CDC: Danger of Foodborne Illness Remains Serious in U.S.
The federal government still has a lot work to do in reducing foodborne illnesses in the United States, according to a report released today by the Centers for Disease Control and Prevention (CDC).
While the federal government has made some progress on foodborne E. coli, the report states, improvement on reducing other pathogens remains stalled, leaving consumers at serious risk of illness or death from contaminated food.
"The federal government needs to figure out how to address this problem," said Chris Waldrop, director of The Food Policy Institute at the Consumer Federation of America.
The CDC said rates of Salmonella and Campylobacter, illnesses associated with consumption of raw or undercooked poultry have seen no meaningful improvement in the past three years, according to the report, while salmonella infections remain more than double the National Health Objective target rate.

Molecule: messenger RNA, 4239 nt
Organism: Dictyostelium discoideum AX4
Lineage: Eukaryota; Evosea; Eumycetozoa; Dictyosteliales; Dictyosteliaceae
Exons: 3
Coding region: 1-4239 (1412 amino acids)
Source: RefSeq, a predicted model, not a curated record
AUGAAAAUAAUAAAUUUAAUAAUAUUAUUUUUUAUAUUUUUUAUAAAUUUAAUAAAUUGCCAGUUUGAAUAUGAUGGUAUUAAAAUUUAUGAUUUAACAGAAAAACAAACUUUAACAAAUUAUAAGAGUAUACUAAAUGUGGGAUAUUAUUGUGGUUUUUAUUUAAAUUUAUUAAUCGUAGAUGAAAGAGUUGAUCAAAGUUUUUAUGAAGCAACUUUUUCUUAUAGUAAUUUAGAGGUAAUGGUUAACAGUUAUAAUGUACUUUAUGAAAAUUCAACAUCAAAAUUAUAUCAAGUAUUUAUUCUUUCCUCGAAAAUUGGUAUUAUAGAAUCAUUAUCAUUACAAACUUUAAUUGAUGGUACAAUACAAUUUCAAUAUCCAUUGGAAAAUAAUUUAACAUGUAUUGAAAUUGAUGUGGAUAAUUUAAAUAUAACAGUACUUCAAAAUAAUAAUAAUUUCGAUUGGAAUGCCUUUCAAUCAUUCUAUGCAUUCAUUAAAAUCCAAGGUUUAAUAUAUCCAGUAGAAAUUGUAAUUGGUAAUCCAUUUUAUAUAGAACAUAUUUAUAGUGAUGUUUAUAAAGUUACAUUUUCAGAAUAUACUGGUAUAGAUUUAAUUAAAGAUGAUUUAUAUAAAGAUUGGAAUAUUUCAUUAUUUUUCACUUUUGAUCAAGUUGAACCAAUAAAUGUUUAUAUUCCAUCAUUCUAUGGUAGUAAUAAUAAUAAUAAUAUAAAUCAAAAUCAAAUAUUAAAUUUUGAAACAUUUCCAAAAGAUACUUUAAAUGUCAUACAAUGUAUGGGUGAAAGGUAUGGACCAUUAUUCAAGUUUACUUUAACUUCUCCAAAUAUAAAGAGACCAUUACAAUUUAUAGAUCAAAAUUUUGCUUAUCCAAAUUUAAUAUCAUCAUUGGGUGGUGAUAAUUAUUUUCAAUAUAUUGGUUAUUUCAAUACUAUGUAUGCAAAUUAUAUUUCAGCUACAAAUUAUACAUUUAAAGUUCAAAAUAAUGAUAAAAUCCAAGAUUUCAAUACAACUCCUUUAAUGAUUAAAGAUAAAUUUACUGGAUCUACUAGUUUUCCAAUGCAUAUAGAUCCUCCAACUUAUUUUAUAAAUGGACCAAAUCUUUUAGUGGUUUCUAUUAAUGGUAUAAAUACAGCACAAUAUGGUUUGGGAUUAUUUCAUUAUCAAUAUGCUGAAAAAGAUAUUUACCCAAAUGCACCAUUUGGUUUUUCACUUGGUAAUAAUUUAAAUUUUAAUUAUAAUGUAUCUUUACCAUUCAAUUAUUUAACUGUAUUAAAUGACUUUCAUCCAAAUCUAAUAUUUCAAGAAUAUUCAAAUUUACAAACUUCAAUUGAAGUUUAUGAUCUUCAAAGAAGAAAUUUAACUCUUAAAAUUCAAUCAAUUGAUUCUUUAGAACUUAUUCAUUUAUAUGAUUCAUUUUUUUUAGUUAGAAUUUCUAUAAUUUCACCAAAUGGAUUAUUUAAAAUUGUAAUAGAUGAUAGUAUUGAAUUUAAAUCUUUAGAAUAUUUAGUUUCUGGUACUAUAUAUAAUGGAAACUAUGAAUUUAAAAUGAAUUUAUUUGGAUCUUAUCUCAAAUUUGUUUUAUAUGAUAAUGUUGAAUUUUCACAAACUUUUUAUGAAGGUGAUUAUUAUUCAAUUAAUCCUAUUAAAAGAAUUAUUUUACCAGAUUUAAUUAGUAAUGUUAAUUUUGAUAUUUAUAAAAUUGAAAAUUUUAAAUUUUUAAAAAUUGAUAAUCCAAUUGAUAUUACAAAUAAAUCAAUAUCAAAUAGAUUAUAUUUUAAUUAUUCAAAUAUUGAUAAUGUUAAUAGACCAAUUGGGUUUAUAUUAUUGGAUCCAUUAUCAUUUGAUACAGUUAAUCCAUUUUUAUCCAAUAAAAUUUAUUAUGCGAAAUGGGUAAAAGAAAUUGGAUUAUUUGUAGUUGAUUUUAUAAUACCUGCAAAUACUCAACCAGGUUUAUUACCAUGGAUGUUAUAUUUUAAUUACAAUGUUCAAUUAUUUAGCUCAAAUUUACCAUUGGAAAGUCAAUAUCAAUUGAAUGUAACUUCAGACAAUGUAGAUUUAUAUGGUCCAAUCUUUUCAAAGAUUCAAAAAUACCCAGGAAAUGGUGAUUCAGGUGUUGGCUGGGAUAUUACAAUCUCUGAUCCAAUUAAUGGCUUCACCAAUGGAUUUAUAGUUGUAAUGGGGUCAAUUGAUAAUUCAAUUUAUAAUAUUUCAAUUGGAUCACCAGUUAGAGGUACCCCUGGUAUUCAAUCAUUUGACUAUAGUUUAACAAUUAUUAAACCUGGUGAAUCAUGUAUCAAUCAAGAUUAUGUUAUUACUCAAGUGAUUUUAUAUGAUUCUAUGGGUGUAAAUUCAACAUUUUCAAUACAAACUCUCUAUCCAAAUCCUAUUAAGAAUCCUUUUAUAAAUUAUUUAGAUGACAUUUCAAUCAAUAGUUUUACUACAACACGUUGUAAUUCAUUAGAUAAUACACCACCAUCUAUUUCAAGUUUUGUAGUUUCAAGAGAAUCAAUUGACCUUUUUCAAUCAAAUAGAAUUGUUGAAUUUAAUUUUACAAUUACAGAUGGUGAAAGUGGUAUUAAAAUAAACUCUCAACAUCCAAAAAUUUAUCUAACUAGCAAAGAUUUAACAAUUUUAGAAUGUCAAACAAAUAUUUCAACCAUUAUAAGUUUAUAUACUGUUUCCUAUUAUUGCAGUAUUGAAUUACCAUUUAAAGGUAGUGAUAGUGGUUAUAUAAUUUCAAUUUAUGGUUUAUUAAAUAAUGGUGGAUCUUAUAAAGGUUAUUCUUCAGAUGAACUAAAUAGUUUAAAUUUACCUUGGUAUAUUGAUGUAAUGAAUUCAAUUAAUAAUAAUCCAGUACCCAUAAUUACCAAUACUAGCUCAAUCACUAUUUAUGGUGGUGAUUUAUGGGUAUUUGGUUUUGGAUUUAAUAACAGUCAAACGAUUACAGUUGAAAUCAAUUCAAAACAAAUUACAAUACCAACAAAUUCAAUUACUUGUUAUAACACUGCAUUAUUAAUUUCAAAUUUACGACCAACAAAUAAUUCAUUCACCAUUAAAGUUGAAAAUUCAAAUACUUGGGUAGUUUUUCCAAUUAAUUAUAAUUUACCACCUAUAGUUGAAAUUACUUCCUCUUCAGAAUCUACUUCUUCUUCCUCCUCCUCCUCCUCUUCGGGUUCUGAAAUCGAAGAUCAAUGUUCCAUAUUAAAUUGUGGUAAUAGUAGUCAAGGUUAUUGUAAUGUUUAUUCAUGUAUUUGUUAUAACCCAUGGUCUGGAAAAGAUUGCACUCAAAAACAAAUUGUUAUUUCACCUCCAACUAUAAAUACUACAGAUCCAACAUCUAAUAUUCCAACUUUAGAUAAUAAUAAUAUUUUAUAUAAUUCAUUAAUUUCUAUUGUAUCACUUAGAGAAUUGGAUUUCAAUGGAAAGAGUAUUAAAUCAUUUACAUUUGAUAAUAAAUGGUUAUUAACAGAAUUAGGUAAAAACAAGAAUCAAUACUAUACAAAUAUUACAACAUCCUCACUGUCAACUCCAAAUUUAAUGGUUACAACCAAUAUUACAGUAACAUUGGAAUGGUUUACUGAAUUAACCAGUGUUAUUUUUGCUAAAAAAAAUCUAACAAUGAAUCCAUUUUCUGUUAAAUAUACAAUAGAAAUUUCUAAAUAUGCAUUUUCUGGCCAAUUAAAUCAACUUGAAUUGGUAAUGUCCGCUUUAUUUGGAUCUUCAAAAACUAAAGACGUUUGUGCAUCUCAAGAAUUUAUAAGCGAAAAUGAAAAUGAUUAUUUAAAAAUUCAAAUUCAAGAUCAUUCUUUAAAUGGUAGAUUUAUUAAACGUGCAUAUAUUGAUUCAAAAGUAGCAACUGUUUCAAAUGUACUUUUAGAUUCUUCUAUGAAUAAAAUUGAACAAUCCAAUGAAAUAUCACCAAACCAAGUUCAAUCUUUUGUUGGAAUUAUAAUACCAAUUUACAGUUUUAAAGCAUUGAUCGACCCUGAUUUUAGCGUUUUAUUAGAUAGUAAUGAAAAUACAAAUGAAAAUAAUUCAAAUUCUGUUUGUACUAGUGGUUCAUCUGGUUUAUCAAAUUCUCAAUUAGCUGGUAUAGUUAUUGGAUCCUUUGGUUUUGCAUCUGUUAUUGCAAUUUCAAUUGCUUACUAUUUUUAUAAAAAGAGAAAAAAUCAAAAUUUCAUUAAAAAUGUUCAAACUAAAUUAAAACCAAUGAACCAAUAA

The report says a pathogen - Listeria -- associated with ready-to-eat meat and poultry products and unpasteurized cheeses is responsible for the highest percentage of hospitalizations and deaths in the United States. In May 2000 President Clinton declared Listeria needed special attention following the famous "Ball Park Franks" outbreak. Yet, the CDC reports, Listeria is at its highest rate since 1999.
When contracted by pregnant women Listeria can result in a miscarriage or stillbirth. But for the fifth year in a row, the CDC said, the government has failed to meet the National Health Objective for reducing this threat.
Overall food safety is the responsibility of the USDA's Food Safety and Inspection Service and the FDA. Waldrop believes both are behind the times. "Both agencies laws are out of date and Congress and the Administration need modernize them so we can better prevent foodborne illness."
Although the USDA's Food Safety and Inspection Services has developed new standards aimed at reducing pathogens, the standards must be released for notice and comment before they can be implemented. But the USDA has delayed their release for over a year. Waldrop said it is not clear why.
"They need to be released immediately," he said, "so the agency and the industry can ratchet up efforts to decrease contamination of poultry products."
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